Worm Breaks Record for Deepest-Underground Animal

nematode-underground-record-deepestA newly discovered nematode (roundworm) species has set a new record for a known animal life form living naturally at the greatest depth beneath the Earth’s surface.  The worm—named Halicephalobus mephisto by scientists, and nicknamed the “devil worm”—occurs at depths where only microorganisms like bacteria were previously known to live.  At 0.5 millimeters long, it is the largest life form known to thrive this deep underground.

Nematodes (like the ones pictured at left) are one of the most abundant groups of animals on Earth, and are found in almost every habitat imaginable.  Though some are parasites living in the bodies of humans and other animals and plants, the majority are microscopic or near-microscopic decomposers that feed on dead organic material, or predators that hunt for microbes.  90,000 individual nematodes have been found living in one rotting apple—a statistic that provides a glimpse of how common these creatures are in nature. 

In total, about 12,000 nematode species are known to science—but there is little doubt that thousands more await discovery.  Some scientists predict as many as 500,000 species of nematodes actually exist, most of them as yet un-described.  Because of their role as decomposers and predators, nematodes are important to the functioning of many of the world’s ecosystems.

The devil worm was found 2.2 miles below the Earth’s surface, much deeper than most scientists had previously believed animal life could live.  The search that led to finding the new species was prompted in part by the discovery of nematodes in a gold mine in South Africa.  At first researchers thought the worms might simply have been transported deep underground on mining equipment or the clothing of miners—but scientists from the University of Ghent in Belgium launched an effort to see if nematodes might occur naturally in deep water veins nearby. 

After sampling thousands of gallons of water, the researchers found multiple types of nematodes, including a species already known from shallower depths, and the new species Halicephalobus mephisto.  The research team published their findings on June 1st in the scientific journal Nature.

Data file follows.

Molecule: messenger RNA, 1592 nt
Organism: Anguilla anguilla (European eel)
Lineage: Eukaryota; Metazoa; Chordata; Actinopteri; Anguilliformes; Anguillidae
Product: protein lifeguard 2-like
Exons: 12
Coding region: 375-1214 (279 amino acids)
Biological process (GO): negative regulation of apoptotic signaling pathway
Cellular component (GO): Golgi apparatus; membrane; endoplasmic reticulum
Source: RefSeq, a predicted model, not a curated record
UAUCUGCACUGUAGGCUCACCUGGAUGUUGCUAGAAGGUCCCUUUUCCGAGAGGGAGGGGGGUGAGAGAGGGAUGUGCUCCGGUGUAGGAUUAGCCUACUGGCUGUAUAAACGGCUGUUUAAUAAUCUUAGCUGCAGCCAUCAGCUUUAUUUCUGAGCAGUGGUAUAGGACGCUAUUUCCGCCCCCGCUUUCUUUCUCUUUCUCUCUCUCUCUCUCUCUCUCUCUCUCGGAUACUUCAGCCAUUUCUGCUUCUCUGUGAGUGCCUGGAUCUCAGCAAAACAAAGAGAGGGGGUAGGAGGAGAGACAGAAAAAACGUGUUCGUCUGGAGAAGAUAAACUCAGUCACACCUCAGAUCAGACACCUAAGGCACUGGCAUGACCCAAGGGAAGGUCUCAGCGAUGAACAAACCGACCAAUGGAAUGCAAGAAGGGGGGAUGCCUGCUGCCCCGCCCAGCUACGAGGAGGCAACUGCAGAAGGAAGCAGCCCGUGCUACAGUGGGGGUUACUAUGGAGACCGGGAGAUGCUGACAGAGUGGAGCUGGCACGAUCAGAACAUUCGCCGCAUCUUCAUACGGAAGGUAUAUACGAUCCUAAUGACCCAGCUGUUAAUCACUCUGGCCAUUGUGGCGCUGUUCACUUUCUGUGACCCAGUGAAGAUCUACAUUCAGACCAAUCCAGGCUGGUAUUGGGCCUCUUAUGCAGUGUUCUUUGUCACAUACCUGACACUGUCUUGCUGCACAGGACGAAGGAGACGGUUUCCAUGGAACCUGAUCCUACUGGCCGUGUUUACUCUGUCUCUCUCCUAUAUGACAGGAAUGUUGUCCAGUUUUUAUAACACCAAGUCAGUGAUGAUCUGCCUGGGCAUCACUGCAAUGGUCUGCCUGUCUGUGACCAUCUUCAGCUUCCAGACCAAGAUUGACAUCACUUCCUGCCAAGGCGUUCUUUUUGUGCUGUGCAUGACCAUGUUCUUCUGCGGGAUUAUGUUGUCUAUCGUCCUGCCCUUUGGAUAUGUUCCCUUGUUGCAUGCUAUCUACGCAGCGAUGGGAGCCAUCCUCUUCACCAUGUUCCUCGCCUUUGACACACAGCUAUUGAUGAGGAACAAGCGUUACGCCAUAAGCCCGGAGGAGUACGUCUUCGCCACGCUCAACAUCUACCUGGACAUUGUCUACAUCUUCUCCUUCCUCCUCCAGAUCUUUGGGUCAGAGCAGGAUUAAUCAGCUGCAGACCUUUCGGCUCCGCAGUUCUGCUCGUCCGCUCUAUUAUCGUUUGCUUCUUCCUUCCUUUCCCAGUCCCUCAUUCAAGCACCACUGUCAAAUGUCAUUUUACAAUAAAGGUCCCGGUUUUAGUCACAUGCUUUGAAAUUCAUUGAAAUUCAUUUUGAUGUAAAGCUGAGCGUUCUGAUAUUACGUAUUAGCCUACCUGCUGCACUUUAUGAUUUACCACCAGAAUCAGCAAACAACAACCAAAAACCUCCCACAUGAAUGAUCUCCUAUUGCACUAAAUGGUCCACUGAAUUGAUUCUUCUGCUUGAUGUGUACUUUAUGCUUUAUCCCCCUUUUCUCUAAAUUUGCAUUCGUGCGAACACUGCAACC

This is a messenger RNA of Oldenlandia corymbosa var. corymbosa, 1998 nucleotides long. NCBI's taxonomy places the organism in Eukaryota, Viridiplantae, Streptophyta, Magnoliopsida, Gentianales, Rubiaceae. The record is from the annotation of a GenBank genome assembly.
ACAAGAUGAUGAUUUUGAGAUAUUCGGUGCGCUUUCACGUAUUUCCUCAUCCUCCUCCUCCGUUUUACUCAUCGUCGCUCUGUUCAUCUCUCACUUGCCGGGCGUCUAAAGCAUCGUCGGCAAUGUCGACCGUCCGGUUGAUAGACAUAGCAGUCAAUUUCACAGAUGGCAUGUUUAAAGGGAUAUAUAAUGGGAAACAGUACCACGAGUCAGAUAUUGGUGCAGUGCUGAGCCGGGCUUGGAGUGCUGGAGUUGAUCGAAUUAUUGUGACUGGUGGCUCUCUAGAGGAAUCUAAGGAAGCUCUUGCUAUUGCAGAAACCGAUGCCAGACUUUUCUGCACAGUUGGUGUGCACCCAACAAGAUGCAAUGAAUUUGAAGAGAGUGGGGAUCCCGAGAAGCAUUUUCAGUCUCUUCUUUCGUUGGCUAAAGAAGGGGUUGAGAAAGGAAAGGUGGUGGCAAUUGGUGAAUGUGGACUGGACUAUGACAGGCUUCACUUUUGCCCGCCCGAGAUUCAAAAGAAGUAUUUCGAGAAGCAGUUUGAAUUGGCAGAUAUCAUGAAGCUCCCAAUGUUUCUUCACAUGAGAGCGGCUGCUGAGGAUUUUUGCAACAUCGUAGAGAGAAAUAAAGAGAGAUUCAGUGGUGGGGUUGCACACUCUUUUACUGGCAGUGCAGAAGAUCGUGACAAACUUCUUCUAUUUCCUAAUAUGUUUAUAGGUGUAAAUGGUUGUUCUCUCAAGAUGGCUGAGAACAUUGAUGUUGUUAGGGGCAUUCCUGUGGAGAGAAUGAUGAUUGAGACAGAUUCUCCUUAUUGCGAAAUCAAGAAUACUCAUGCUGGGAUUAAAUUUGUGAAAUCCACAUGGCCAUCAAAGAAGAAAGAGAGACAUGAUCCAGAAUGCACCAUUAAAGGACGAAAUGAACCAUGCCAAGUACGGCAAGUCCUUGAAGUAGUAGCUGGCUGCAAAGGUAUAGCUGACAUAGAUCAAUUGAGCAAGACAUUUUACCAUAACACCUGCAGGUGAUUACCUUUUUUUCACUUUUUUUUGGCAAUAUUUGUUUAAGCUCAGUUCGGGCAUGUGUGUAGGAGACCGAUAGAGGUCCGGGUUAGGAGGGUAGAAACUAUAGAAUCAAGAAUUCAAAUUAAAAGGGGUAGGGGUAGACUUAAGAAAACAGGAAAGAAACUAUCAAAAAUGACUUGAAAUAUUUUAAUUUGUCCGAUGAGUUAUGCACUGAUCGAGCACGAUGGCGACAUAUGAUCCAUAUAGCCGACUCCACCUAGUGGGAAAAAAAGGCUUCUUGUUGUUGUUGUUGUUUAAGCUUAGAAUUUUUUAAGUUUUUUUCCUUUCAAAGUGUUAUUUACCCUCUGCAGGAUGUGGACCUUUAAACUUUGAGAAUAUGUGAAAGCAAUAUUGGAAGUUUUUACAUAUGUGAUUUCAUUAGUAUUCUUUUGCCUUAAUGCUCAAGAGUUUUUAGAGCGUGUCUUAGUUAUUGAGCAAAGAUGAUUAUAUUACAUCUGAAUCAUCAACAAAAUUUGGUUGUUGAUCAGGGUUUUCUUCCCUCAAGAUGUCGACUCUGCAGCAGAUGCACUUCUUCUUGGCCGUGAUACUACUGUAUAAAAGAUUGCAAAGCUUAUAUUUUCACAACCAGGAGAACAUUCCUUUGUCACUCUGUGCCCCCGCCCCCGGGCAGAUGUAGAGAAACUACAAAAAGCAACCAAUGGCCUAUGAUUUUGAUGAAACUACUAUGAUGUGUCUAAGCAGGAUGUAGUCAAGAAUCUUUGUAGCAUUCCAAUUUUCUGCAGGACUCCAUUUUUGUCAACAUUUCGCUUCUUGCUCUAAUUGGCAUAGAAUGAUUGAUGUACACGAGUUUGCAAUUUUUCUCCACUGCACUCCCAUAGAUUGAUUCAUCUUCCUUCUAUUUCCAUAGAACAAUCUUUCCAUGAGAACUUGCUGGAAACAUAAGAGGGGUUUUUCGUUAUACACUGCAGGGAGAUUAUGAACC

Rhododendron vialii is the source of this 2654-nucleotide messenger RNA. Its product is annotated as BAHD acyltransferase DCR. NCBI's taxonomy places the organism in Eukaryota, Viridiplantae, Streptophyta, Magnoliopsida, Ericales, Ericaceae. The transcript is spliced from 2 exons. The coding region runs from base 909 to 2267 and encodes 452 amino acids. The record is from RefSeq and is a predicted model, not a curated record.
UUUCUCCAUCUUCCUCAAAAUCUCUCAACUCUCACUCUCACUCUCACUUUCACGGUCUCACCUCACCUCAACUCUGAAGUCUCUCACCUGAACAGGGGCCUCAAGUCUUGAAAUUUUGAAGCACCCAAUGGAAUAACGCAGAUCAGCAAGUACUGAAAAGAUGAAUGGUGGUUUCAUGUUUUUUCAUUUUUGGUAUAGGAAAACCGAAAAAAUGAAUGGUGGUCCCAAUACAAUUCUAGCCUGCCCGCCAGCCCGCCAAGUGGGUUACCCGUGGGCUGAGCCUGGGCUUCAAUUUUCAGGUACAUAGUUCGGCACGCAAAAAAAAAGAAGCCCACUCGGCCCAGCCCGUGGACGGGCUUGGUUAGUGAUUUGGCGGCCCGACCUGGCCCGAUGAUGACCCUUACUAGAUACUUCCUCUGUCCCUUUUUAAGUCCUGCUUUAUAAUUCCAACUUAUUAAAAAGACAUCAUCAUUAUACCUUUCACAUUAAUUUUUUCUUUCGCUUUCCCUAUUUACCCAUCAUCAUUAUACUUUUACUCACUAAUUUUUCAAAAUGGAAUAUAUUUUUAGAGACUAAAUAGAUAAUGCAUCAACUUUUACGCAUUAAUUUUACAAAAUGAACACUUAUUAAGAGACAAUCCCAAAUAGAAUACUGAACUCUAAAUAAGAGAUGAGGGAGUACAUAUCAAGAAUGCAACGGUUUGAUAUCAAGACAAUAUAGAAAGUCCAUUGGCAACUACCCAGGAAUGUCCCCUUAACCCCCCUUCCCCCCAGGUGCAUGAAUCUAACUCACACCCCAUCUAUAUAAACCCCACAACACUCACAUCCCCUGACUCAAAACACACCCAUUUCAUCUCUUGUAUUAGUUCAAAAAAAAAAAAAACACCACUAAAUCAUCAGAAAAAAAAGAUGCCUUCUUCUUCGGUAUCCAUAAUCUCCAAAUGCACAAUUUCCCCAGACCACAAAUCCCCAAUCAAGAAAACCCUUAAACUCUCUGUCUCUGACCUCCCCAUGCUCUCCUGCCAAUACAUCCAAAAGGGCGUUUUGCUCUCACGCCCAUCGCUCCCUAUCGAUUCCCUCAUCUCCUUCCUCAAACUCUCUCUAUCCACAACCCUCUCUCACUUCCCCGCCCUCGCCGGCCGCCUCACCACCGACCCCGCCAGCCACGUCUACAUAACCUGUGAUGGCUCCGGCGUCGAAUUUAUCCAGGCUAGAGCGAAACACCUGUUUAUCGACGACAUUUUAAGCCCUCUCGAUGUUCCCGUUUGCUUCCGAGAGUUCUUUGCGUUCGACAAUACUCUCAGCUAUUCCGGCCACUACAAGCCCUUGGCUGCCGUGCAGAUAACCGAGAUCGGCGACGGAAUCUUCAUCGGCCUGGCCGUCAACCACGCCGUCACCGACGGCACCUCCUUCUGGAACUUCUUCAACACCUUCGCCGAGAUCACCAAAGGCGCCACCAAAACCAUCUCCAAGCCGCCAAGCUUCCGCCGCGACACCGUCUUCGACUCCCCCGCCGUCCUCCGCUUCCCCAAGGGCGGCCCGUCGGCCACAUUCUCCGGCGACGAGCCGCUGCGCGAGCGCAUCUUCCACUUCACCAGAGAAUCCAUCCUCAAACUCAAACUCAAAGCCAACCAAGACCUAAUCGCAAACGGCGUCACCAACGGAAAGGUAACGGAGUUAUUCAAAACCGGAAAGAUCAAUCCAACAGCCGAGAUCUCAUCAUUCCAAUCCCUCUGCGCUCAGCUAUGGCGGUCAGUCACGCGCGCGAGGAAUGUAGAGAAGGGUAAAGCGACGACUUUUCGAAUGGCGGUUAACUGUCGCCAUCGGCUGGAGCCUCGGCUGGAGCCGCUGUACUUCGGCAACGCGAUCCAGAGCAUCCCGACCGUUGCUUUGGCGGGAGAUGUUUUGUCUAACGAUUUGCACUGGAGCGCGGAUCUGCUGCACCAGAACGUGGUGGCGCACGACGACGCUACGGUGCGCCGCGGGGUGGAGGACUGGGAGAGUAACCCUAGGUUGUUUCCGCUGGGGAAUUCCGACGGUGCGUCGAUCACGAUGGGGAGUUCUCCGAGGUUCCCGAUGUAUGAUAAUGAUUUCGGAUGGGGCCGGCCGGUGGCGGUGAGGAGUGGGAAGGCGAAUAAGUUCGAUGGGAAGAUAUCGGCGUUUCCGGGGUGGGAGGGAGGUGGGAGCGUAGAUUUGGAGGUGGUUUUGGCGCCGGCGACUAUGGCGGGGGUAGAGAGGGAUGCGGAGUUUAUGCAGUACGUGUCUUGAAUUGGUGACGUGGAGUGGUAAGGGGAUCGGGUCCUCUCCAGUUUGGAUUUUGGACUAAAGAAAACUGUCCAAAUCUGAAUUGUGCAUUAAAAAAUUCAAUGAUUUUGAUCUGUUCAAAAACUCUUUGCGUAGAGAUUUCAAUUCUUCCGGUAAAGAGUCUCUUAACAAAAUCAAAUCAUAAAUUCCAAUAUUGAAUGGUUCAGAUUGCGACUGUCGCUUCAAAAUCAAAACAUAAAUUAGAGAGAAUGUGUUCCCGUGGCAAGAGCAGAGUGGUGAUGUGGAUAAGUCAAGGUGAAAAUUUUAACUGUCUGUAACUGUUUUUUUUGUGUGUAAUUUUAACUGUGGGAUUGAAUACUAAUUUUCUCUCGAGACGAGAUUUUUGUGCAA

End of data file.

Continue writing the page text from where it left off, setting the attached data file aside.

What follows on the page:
The devil worm probably feeds on bacteria that scientists long known to occur deep beneath the surface of the Earth.  However the underground environment poses unique challenges for animals, including extreme heat and pressure.  Somehow the worms have adapted to live under such conditions, and it looks as though they have been doing it for a while.  Isotope dating techniques suggest the water where devil worms were found is at least 3,000 years old, and perhaps as old as 12,000 years.  This means the species has probably already survived in its challenging environment for millennia.

The discovery of the devil worm and other deep-underground nematodes raises the question of whether there might be other animals living underground at depths far greater than researchers have looked for them previously.  If so, they are likely to be very small creatures like nematodes and related near-microscopic worms.  But their existence miles beneath the planet’s surface could re-shape scientific understanding of the kinds of harsh conditions where some form of animal life can survive.

Scientists are also asking whether animal-like life forms could exist deep underground on other planets.  In the search for extraterrestrial life, research teams have usually assumed any life encountered far below the surface of a planet or moon would consist of relatively simple bacteria-like organisms.  But if more complex life can survive at such depths on Earth, the same could be true of other planets.

The discovery of the devil worm, which is not only a new species but a representative of animal life found at previously unknown depths, is a reminder of how much remains to be learned about life on Earth.  Like the depths of the ocean, the canopies of tropical rainforests, and other comparatively unexplored environments, pockets of water deep beneath the planet’s surface likely hold many other surprises that could re-shape our understanding of life in the world around us. 

Photo credit: flickr.com/photos/snickclunk/200926410/sizes/m/in/photostream/

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